October 1, 2016
Noise Free America: A Coalition to Promote Quiet
For immediate release
Chapel Hill: The Weaverville, North Carolina police department has won this month’s Noisy Dozen award from Noise Free America: A Coalition to Promote Quiet for participating in a motorcycle ride in which many of the participants had illegal straight pipes.
Weaverville is a small town in western North Carolina; it is part of the Asheville metropolitan area.
On October 8, 2016, the Weaverville police department conducted a “Cops for Kids Toy Drive, which included a motorcycle ride. The Weaverville police department’s own web site contains a photo gallery showing many motorcycles equipped with straight pipes. Such equipment is in clear violation of the state muffler law, which requires motorcycles to have exhaust systems “of the type installed at the time of manufacture” (GS 20-128-a).
The presence of motorcycles with illegal straight pipes at this event raises several questions:
- Does the Weaverville police department enforce the city’s motor vehicle noise ordinance?
- Does the Weaverville police department enforce the state muffler law?
Larry Deal, a member of Noise Free America: A Coalition to Promote Quiet, commented that “I’ll bet the Weaverville police department has never ticketed any bikers for violating either the town’s noise ordinance or state law, especially any bikers who violate those laws while participating in Cops for Kids Toy Drives.”
“Although the Cops for Kids Toy Drive is for a worthy cause,” said Deal, “and the Weaverville police department’s charity work is commendable, the ‘charity’ angle employed in many group motorcycle rides tends to provide a blanket of protection for illegal motorcycle noise.”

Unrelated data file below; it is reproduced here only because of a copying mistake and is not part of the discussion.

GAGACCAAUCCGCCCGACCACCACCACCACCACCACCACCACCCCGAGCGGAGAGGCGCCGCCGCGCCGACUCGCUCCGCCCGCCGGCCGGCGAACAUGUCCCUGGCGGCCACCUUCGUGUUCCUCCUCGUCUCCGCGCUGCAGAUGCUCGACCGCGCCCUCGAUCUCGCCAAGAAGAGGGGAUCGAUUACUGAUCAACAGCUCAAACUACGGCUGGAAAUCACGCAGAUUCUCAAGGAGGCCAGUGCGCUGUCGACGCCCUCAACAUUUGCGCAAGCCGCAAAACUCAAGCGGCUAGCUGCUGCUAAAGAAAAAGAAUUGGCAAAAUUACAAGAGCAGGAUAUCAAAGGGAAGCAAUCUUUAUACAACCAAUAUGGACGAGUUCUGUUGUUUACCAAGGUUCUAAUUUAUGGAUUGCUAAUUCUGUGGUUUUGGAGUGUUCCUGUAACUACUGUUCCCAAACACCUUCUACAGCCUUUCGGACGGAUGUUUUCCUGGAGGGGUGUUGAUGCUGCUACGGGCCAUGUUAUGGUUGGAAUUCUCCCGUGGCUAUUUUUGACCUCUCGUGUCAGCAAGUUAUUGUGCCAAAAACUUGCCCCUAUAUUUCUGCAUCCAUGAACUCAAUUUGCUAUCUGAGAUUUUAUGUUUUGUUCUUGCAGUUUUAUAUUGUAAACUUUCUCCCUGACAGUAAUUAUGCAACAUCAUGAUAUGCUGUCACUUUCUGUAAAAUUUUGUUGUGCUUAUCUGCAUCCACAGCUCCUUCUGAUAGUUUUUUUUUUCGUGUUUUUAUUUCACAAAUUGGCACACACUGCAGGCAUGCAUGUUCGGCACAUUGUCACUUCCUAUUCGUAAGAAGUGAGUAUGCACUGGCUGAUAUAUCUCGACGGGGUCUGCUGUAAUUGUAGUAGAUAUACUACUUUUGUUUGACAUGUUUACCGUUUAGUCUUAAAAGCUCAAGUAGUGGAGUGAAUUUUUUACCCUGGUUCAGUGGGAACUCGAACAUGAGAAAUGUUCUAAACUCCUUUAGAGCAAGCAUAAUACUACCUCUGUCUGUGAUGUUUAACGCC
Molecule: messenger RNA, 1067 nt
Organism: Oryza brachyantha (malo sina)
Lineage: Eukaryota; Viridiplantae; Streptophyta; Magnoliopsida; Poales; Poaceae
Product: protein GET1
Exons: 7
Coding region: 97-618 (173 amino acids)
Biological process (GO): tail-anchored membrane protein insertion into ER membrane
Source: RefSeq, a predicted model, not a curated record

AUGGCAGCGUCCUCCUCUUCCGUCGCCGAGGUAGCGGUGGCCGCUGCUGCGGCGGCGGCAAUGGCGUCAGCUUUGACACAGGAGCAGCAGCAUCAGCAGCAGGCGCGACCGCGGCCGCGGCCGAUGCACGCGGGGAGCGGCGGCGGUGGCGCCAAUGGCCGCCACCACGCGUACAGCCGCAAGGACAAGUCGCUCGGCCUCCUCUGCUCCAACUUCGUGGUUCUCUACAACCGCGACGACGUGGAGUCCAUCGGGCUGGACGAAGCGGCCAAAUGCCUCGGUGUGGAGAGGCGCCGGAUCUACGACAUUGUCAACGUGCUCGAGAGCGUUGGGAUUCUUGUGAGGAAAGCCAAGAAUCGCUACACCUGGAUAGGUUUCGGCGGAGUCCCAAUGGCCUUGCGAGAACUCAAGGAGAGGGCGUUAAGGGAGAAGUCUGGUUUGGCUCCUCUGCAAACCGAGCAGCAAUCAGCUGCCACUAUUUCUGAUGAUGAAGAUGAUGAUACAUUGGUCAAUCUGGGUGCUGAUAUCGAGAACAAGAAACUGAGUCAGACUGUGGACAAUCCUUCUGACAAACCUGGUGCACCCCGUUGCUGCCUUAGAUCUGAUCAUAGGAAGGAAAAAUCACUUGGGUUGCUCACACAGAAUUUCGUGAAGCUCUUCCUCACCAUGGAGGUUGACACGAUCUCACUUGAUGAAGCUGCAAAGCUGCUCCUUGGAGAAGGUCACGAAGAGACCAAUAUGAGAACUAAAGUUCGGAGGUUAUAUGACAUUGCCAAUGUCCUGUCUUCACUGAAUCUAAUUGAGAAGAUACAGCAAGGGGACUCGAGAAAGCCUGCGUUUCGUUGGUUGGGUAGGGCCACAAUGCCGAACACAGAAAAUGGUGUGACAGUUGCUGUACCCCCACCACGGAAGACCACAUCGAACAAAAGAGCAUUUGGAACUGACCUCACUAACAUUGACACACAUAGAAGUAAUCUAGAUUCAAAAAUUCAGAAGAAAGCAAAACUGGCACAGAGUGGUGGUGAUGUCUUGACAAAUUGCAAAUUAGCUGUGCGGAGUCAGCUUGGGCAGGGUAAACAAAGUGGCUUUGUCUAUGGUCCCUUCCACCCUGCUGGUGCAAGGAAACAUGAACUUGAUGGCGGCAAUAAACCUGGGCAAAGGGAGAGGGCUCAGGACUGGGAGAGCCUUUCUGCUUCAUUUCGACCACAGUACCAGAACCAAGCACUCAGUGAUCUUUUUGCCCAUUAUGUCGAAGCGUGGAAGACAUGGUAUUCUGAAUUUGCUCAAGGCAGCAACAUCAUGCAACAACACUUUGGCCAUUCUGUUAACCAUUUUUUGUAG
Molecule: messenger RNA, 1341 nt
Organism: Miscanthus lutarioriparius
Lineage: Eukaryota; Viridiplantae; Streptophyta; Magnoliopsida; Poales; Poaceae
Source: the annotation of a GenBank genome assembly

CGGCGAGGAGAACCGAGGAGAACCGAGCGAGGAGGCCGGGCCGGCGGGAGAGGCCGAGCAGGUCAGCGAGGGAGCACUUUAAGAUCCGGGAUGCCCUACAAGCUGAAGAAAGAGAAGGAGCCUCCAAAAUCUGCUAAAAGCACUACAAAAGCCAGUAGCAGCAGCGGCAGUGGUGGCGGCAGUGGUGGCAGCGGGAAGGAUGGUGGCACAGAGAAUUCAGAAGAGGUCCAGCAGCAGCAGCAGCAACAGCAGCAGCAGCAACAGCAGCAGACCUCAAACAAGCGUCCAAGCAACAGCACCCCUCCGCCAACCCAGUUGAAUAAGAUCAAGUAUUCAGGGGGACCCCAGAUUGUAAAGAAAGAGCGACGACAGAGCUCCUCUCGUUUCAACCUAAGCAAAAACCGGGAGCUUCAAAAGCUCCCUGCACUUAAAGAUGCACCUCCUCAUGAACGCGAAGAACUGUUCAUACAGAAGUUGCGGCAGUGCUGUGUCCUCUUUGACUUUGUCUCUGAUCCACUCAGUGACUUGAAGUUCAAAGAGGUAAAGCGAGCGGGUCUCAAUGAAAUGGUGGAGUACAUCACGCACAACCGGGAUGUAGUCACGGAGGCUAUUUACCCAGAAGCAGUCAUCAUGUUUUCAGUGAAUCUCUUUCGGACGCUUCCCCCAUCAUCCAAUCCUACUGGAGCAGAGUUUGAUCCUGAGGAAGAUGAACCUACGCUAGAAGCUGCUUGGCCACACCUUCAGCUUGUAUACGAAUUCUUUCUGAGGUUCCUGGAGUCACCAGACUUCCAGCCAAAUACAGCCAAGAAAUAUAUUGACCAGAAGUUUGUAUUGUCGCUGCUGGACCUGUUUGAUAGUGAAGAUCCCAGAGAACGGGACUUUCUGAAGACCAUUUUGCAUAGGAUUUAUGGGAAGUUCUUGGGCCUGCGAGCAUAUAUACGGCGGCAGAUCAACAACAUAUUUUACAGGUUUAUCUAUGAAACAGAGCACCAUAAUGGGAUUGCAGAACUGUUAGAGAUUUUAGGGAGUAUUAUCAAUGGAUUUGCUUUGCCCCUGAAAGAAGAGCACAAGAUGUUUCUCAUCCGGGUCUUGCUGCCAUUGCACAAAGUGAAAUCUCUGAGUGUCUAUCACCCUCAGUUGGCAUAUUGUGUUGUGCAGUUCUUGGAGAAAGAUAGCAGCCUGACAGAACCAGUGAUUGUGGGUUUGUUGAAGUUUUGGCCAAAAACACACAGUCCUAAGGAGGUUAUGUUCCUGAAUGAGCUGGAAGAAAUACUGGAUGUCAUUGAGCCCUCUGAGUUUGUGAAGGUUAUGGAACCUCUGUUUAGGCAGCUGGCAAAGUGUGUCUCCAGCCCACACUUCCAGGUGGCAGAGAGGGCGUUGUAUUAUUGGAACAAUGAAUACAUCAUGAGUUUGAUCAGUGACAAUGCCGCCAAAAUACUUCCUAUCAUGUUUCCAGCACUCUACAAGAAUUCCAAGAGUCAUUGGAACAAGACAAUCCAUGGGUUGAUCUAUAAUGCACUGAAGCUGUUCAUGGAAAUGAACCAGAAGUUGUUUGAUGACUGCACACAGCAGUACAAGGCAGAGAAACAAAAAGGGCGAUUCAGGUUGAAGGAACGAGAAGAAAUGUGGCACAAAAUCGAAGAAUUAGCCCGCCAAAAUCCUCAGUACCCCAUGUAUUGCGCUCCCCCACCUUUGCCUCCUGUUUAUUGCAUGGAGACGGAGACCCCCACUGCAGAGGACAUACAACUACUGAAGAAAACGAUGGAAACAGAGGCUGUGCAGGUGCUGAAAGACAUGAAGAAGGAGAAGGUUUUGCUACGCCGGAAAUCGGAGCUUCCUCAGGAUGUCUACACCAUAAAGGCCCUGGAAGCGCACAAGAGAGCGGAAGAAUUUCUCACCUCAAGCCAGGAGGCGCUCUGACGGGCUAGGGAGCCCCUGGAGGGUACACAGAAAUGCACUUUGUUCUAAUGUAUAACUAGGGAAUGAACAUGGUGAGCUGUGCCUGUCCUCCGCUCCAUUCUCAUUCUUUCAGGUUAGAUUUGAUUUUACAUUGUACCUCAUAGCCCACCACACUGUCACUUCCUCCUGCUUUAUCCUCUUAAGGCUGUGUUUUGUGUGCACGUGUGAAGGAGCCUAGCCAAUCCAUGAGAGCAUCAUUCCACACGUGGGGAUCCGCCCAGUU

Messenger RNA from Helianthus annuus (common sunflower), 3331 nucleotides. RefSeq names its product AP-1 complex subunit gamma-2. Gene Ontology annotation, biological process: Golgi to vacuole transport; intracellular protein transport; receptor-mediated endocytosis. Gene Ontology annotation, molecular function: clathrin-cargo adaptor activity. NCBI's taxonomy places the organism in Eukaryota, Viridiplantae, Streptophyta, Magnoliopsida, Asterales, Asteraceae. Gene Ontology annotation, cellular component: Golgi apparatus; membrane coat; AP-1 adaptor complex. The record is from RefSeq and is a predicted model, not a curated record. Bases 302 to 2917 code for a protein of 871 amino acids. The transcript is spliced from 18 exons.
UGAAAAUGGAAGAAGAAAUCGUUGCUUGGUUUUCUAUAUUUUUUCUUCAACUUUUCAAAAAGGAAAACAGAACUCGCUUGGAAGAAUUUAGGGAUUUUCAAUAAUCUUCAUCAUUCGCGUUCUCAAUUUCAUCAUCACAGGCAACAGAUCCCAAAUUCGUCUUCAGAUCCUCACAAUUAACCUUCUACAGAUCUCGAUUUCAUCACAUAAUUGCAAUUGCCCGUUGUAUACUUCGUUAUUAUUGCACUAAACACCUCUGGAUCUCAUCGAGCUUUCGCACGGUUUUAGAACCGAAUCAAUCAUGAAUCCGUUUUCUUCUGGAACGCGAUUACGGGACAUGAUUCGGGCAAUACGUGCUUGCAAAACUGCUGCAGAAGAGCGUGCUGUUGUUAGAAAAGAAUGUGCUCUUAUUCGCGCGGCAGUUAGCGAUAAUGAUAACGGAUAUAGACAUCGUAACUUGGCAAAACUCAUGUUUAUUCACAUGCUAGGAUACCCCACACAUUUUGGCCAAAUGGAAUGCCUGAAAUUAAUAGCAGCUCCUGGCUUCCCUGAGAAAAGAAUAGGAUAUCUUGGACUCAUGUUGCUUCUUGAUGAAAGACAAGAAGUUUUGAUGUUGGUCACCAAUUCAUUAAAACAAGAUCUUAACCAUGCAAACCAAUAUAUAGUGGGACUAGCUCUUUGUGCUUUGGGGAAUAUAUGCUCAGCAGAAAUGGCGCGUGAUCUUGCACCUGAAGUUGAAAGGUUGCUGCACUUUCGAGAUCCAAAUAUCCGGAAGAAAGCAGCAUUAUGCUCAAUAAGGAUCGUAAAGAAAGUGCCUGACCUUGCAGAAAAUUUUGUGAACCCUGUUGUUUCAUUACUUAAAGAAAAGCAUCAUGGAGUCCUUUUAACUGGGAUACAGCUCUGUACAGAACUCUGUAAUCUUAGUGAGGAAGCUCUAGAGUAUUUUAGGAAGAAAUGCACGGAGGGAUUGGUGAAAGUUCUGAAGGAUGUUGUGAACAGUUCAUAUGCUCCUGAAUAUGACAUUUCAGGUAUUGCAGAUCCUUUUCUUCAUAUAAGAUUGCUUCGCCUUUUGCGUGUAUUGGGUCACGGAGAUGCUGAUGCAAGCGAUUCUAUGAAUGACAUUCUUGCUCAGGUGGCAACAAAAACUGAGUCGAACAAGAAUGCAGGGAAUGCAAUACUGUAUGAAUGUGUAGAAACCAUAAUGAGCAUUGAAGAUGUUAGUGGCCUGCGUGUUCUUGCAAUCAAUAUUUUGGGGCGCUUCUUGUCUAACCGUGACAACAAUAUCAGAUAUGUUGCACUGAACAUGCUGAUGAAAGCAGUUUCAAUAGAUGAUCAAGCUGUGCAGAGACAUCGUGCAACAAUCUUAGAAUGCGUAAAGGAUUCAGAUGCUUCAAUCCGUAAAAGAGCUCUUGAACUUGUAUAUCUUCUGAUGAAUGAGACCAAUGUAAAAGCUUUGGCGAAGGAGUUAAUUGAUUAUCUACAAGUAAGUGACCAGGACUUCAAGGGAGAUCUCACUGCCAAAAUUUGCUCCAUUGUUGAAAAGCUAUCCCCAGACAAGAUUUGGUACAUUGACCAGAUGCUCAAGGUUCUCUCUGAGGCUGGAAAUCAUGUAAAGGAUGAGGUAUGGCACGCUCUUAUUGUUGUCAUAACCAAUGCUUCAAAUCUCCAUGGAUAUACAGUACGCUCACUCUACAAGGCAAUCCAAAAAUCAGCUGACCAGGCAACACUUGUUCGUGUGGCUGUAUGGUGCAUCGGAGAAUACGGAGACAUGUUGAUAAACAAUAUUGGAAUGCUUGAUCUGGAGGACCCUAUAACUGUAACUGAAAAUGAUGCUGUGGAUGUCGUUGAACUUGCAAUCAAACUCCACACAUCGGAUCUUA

Deal noted that “law enforcement often looks the other way and effectively grants those bikers an exemption to noise ordinances and the state muffler law. Instead, the police should be strongly enforcing those laws–no matter what. The police should issue citations whenever they encounter motorcycles which are emitting prohibited and obviously ‘excessive or unusual noise’ or are equipped with improper mufflers ‘not of the type installed the time of manufacture.’ This is required by North Carolina’s state muffler law.”
Ted Rueter, director of Noise Free America: A Coalition to Promote Quiet, commented that “the police need to learn how to enforce the state muffler law and start enforcing it aggressively. The same applies to the state DMV, which oversees the state motor vehicle inspections.”
According to Rueter, “Conducting or sponsoring group motorcycle rides is not the primary duty of the police. The police should not turn a deaf ear when motorcyclists violate the state muffler law right under their noses. Our police, sheriff’s departments, and the state Highway Patrol should enforce the state motor vehicle code. GS 20-128 (a) prohibits removing or altering motorcycle exhaust systems and causing additional noise. This law is rarely enforced. The result? A state filled with illegal motorcycle noise.”
Noise Free America: A Coalition to Promote Quiet is a national citizens’ organization opposed to noise pollution. Past “winners” of the Noisy Dozen award include the North Carolina state legislature; Appleton, Wisconsin; and the Pennsylvania Department of Transportation.